For a second, I found it amazing how small a crowd these folks are. There are millions of Americans, with millions in the defense business, and there are just 4 of them out there on a mountain, bumping into a shepherd. For me, I felt that I was there with them wanting to throw the labor of my hands their way. The technologist in me kept leaping out: give them some communications! Give them some overhead armed surveillance! We have hundreds of reapers and we didn’t have one there to provide a communications relay for these guys? How about a repeater on a U-2 at 50,000 ft? Can’t we give them a model rocket that beacons out past any horizon limitation the MGRS (location) and a mayday code? As these thoughts surged through me, I realized that I am in this fight. That I want to win too. That I want to fight, in any way I can. Not for the abstract amalgam of principles that has us in a protracted war in Afghanistan, but because it is in my nature to sacrifice, to fight and to win — for my faith, my self, my family, my state, my country and my friends.
In a recent interview on CNN, Jake Tapper used this movie to force an unwelcome question on us:
Tapper: It seemed senseless. I don’t mean to disrespect in any way, but it seemed senseless — all of these wonderful people who were killed for an op that went wrong.
Luttrell: We spend our whole lives training to defend this country and then we were sent over there by this country — so you’re telling me because we were over there doing what we were told by our country that it was senseless? And my guys — what? They died for nothing?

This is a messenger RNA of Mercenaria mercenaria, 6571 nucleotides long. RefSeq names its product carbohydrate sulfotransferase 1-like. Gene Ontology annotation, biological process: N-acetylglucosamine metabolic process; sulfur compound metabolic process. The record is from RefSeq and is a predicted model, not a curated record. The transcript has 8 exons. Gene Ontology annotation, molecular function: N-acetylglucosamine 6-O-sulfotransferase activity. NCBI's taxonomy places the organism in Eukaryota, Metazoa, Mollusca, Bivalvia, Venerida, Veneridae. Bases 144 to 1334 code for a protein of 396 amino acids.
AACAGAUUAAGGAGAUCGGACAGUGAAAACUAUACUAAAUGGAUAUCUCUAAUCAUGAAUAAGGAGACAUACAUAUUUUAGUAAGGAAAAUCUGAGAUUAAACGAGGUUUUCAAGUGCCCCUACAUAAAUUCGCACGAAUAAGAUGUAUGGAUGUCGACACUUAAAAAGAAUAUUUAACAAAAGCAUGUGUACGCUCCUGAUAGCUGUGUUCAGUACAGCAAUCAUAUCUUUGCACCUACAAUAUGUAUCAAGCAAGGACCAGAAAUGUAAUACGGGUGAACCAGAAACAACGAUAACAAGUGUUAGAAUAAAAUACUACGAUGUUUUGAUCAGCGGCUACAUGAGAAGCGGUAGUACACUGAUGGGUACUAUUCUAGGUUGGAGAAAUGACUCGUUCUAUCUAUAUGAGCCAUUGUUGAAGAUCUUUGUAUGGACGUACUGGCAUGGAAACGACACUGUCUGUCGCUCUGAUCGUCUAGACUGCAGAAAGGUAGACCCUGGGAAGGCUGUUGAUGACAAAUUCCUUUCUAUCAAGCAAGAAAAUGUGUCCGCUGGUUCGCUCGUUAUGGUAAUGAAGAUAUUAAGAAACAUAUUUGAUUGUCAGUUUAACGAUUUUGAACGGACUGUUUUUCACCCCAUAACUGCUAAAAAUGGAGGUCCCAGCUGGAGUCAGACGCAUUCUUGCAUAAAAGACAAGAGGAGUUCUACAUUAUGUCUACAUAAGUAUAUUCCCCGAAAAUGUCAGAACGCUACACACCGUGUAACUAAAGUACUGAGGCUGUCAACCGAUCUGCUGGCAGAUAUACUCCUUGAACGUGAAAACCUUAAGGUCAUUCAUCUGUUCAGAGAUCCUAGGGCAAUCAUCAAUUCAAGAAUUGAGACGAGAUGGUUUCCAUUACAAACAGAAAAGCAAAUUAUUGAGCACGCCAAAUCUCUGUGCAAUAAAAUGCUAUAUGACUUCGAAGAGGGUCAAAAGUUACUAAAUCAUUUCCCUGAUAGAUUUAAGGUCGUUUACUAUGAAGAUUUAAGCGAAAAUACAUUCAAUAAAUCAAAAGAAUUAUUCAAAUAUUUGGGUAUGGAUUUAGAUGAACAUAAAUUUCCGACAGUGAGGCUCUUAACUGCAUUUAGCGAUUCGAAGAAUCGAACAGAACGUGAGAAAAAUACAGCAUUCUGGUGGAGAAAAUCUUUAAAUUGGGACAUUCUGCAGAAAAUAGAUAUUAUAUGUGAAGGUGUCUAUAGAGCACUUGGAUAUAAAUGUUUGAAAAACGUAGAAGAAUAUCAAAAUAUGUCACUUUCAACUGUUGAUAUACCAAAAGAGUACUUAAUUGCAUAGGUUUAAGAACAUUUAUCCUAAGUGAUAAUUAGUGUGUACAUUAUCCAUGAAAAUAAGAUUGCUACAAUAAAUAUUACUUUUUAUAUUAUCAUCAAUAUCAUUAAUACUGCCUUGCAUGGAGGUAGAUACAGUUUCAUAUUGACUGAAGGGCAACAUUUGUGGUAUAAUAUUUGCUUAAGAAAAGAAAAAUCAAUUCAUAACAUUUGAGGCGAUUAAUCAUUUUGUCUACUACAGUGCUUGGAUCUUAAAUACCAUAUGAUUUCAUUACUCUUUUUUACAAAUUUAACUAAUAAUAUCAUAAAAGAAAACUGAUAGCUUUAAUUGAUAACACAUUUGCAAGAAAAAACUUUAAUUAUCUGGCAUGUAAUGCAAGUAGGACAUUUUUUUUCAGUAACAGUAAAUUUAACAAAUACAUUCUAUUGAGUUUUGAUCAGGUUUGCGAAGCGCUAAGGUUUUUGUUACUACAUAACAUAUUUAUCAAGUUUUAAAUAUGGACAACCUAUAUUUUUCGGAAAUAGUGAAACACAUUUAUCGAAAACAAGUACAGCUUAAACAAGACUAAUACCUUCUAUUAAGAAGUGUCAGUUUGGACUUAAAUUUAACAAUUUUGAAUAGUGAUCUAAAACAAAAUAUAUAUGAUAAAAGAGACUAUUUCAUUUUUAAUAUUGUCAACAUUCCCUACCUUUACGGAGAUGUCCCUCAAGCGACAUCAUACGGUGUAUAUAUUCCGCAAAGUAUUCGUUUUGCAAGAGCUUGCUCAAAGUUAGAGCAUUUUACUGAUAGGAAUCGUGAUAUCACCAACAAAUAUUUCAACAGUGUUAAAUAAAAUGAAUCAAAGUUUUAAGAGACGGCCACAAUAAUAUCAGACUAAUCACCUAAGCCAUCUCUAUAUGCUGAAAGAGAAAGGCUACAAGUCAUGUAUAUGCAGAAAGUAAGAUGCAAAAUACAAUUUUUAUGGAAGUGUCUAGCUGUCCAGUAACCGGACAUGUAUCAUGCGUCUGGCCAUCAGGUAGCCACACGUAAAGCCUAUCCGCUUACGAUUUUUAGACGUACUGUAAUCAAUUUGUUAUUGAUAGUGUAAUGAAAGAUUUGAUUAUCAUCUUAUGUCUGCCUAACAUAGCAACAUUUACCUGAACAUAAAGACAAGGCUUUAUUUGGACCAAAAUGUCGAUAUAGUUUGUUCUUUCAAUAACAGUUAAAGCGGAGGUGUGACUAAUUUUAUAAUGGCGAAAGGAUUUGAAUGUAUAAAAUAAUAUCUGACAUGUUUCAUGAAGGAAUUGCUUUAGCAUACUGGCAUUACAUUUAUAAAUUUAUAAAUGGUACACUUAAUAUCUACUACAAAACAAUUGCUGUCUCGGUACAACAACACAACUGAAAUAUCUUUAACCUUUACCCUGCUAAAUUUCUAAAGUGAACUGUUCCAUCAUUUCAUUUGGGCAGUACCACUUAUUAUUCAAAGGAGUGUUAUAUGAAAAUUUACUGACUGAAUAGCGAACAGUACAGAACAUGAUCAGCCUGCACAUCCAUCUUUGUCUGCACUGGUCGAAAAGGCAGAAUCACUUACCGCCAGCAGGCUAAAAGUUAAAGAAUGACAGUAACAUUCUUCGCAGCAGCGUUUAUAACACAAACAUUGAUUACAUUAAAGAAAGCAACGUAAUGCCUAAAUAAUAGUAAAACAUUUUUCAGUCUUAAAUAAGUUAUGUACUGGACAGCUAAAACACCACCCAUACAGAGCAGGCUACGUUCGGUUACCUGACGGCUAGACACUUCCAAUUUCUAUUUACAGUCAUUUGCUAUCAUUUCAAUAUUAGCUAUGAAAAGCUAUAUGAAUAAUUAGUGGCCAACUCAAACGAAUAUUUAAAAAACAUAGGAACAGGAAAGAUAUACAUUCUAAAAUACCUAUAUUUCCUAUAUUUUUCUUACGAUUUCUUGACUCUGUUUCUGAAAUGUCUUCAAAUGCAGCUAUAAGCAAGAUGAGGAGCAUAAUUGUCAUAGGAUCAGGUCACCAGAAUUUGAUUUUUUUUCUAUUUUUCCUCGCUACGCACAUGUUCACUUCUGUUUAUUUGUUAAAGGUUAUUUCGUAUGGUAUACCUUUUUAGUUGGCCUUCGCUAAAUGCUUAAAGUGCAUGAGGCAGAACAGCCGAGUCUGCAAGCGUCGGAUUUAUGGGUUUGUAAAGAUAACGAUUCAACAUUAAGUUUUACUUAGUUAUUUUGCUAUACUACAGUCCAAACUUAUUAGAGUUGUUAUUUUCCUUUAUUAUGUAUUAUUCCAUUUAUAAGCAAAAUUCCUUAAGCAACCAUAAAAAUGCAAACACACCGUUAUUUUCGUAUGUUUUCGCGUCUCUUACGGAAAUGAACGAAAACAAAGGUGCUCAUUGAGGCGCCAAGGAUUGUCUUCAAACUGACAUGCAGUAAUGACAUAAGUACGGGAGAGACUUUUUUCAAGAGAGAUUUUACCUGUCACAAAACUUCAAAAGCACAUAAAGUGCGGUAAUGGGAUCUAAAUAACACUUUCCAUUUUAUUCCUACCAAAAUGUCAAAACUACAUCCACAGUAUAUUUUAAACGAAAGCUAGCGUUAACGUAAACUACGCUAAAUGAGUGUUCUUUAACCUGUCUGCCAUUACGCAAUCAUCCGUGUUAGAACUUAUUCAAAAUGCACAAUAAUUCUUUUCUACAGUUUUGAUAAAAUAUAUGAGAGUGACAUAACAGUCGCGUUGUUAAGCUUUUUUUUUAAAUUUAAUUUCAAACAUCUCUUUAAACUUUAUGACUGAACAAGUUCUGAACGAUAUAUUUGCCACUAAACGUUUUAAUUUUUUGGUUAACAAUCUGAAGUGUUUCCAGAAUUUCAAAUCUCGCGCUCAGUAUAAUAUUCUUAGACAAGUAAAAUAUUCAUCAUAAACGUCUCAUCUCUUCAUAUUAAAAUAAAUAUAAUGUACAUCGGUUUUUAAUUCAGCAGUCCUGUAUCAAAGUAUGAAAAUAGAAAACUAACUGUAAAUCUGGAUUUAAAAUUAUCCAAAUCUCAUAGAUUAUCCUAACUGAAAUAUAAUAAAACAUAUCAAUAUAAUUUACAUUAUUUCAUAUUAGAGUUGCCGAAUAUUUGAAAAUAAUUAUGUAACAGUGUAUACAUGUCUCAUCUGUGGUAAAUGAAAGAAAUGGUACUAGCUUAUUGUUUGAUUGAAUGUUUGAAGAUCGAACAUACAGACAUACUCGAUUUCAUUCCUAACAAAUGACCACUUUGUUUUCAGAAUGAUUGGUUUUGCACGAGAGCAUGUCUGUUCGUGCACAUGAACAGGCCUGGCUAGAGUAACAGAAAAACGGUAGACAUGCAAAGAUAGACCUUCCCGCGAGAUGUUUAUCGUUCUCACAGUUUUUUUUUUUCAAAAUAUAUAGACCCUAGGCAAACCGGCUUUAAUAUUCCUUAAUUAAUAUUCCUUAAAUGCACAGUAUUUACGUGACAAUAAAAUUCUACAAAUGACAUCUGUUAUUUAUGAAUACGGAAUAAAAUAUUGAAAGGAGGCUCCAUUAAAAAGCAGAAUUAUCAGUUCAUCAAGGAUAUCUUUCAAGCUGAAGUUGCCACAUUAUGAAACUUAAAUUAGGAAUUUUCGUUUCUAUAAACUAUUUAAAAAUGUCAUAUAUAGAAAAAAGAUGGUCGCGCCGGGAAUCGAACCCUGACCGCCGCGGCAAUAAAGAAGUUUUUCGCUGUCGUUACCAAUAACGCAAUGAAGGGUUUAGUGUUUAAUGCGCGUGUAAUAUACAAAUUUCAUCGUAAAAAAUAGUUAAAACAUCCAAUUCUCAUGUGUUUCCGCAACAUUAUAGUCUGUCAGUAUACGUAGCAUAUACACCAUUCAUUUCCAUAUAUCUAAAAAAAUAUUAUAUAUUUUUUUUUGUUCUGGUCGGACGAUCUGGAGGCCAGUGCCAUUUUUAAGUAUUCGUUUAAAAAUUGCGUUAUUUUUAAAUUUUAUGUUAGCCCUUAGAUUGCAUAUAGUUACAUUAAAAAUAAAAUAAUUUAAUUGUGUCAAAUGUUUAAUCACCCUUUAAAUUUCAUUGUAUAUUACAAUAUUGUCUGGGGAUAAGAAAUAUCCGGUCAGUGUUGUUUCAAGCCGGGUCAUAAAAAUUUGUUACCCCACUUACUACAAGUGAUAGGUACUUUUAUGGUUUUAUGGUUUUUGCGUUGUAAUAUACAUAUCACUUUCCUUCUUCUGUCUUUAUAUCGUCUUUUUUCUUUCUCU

Luttrell: That’s what you said. So, let me just say, it went bad for us over there, but that was our job. That’s what we did. We didn’t complain about it.
What Markus Luttrell is saying is: we signed up for this. This is not about the philosophy. This is about the fight in us and the duty he holds sacred.
I was reminded today of how prescient Lincoln’s Gettysburg address was on this very topic. Men do die in vain, if we do not do our part to give their sacrifice meaning.
But, in a larger sense, we can not dedicate — we can not consecrate — we can not hallow — this ground. The brave men, living and dead, who struggled here, have consecrated it, far above our poor power to add or detract. The world will little note, nor long remember what we say here, but it can never forget what they did here. It is for us the living, rather, to be dedicated here to the unfinished work which they who fought here have thus far so nobly advanced. It is rather for us to be here dedicated to the great task remaining before us — that from these honored dead we take increased devotion to that cause for which they gave the last full measure of devotion — that we here highly resolve that these dead shall not have died in vain — that this nation, under God, shall have a new birth of freedom — and that government of the people, by the people, for the people, shall not perish from the earth.
This is a movie at its best. Not just a well scripted and executed scenes, but a mirror into a world far away, but one that forces you to look at yourself and ask what you are made of, why you are here, and what you are willing to do about it. My next Murph will certainly have a little more heart in it.